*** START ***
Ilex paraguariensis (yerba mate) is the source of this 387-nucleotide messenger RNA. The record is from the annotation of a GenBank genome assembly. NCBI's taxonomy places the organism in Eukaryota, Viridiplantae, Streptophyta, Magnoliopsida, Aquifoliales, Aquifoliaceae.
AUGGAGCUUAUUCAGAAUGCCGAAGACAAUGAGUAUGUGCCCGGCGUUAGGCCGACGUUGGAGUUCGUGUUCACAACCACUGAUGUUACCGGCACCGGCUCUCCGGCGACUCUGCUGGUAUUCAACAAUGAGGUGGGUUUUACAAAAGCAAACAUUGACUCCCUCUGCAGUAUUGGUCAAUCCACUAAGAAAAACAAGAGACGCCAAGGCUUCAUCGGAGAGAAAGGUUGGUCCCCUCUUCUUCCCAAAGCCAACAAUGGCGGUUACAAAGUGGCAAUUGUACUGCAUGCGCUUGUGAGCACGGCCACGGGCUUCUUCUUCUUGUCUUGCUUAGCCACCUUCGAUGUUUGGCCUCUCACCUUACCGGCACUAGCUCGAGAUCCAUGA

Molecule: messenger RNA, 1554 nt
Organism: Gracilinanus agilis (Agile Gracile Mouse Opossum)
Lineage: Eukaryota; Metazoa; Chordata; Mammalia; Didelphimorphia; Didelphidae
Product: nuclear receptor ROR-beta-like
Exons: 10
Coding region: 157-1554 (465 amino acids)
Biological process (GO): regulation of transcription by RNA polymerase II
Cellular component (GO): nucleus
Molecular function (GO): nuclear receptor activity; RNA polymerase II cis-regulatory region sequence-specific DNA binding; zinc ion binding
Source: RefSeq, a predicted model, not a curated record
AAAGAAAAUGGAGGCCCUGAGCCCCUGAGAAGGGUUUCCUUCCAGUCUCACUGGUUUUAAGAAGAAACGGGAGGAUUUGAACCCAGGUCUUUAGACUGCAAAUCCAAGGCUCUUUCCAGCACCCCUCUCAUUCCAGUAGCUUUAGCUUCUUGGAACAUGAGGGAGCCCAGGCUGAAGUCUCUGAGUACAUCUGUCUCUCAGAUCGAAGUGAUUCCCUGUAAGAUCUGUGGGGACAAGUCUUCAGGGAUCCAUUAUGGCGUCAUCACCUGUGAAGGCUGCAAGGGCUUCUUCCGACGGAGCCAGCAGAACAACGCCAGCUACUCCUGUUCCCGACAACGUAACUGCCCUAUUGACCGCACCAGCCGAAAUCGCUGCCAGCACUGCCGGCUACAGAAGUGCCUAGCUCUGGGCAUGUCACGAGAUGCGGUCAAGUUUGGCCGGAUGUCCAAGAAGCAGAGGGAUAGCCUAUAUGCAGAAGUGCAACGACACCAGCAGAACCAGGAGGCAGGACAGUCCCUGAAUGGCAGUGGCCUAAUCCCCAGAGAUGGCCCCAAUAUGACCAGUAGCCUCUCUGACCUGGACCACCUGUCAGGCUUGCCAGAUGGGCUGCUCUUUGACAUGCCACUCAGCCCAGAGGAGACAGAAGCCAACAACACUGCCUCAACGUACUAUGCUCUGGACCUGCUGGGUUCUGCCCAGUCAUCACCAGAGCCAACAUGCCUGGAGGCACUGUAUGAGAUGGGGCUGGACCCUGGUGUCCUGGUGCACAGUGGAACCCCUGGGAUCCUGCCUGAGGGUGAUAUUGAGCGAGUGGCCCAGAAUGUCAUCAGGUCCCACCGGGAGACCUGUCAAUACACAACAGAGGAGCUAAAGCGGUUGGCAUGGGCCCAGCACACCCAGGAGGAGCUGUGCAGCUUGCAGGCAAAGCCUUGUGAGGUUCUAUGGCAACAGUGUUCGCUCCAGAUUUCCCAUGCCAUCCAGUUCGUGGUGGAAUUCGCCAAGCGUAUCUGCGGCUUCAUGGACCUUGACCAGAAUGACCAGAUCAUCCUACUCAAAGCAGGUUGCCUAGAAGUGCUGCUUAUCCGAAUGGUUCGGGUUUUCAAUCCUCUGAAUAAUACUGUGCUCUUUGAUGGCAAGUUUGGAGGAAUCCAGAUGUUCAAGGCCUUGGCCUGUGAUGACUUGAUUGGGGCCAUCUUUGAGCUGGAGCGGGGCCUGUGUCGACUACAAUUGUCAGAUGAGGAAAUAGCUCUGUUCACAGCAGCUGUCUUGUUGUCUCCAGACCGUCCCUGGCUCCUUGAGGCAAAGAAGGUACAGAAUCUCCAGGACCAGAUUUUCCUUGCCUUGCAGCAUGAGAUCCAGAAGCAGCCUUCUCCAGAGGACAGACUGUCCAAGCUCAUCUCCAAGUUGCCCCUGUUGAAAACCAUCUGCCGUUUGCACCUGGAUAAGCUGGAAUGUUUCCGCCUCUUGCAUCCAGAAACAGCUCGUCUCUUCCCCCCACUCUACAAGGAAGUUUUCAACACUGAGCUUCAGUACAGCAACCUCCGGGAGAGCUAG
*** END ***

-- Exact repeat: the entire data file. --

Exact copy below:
Ilex paraguariensis (yerba mate) is the source of this 387-nucleotide messenger RNA. The record is from the annotation of a GenBank genome assembly. NCBI's taxonomy places the organism in Eukaryota, Viridiplantae, Streptophyta, Magnoliopsida, Aquifoliales, Aquifoliaceae.
AUGGAGCUUAUUCAGAAUGCCGAAGACAAUGAGUAUGUGCCCGGCGUUAGGCCGACGUUGGAGUUCGUGUUCACAACCACUGAUGUUACCGGCACCGGCUCUCCGGCGACUCUGCUGGUAUUCAACAAUGAGGUGGGUUUUACAAAAGCAAACAUUGACUCCCUCUGCAGUAUUGGUCAAUCCACUAAGAAAAACAAGAGACGCCAAGGCUUCAUCGGAGAGAAAGGUUGGUCCCCUCUUCUUCCCAAAGCCAACAAUGGCGGUUACAAAGUGGCAAUUGUACUGCAUGCGCUUGUGAGCACGGCCACGGGCUUCUUCUUCUUGUCUUGCUUAGCCACCUUCGAUGUUUGGCCUCUCACCUUACCGGCACUAGCUCGAGAUCCAUGA

Molecule: messenger RNA, 1554 nt
Organism: Gracilinanus agilis (Agile Gracile Mouse Opossum)
Lineage: Eukaryota; Metazoa; Chordata; Mammalia; Didelphimorphia; Didelphidae
Product: nuclear receptor ROR-beta-like
Exons: 10
Coding region: 157-1554 (465 amino acids)
Biological process (GO): regulation of transcription by RNA polymerase II
Cellular component (GO): nucleus
Molecular function (GO): nuclear receptor activity; RNA polymerase II cis-regulatory region sequence-specific DNA binding; zinc ion binding
Source: RefSeq, a predicted model, not a curated record
AAAGAAAAUGGAGGCCCUGAGCCCCUGAGAAGGGUUUCCUUCCAGUCUCACUGGUUUUAAGAAGAAACGGGAGGAUUUGAACCCAGGUCUUUAGACUGCAAAUCCAAGGCUCUUUCCAGCACCCCUCUCAUUCCAGUAGCUUUAGCUUCUUGGAACAUGAGGGAGCCCAGGCUGAAGUCUCUGAGUACAUCUGUCUCUCAGAUCGAAGUGAUUCCCUGUAAGAUCUGUGGGGACAAGUCUUCAGGGAUCCAUUAUGGCGUCAUCACCUGUGAAGGCUGCAAGGGCUUCUUCCGACGGAGCCAGCAGAACAACGCCAGCUACUCCUGUUCCCGACAACGUAACUGCCCUAUUGACCGCACCAGCCGAAAUCGCUGCCAGCACUGCCGGCUACAGAAGUGCCUAGCUCUGGGCAUGUCACGAGAUGCGGUCAAGUUUGGCCGGAUGUCCAAGAAGCAGAGGGAUAGCCUAUAUGCAGAAGUGCAACGACACCAGCAGAACCAGGAGGCAGGACAGUCCCUGAAUGGCAGUGGCCUAAUCCCCAGAGAUGGCCCCAAUAUGACCAGUAGCCUCUCUGACCUGGACCACCUGUCAGGCUUGCCAGAUGGGCUGCUCUUUGACAUGCCACUCAGCCCAGAGGAGACAGAAGCCAACAACACUGCCUCAACGUACUAUGCUCUGGACCUGCUGGGUUCUGCCCAGUCAUCACCAGAGCCAACAUGCCUGGAGGCACUGUAUGAGAUGGGGCUGGACCCUGGUGUCCUGGUGCACAGUGGAACCCCUGGGAUCCUGCCUGAGGGUGAUAUUGAGCGAGUGGCCCAGAAUGUCAUCAGGUCCCACCGGGAGACCUGUCAAUACACAACAGAGGAGCUAAAGCGGUUGGCAUGGGCCCAGCACACCCAGGAGGAGCUGUGCAGCUUGCAGGCAAAGCCUUGUGAGGUUCUAUGGCAACAGUGUUCGCUCCAGAUUUCCCAUGCCAUCCAGUUCGUGGUGGAAUUCGCCAAGCGUAUCUGCGGCUUCAUGGACCUUGACCAGAAUGACCAGAUCAUCCUACUCAAAGCAGGUUGCCUAGAAGUGCUGCUUAUCCGAAUGGUUCGGGUUUUCAAUCCUCUGAAUAAUACUGUGCUCUUUGAUGGCAAGUUUGGAGGAAUCCAGAUGUUCAAGGCCUUGGCCUGUGAUGACUUGAUUGGGGCCAUCUUUGAGCUGGAGCGGGGCCUGUGUCGACUACAAUUGUCAGAUGAGGAAAUAGCUCUGUUCACAGCAGCUGUCUUGUUGUCUCCAGACCGUCCCUGGCUCCUUGAGGCAAAGAAGGUACAGAAUCUCCAGGACCAGAUUUUCCUUGCCUUGCAGCAUGAGAUCCAGAAGCAGCCUUCUCCAGAGGACAGACUGUCCAAGCUCAUCUCCAAGUUGCCCCUGUUGAAAACCAUCUGCCGUUUGCACCUGGAUAAGCUGGAAUGUUUCCGCCUCUUGCAUCCAGAAACAGCUCGUCUCUUCCCCCCACUCUACAAGGAAGUUUUCAACACUGAGCUUCAGUACAGCAACCUCCGGGAGAGCUAG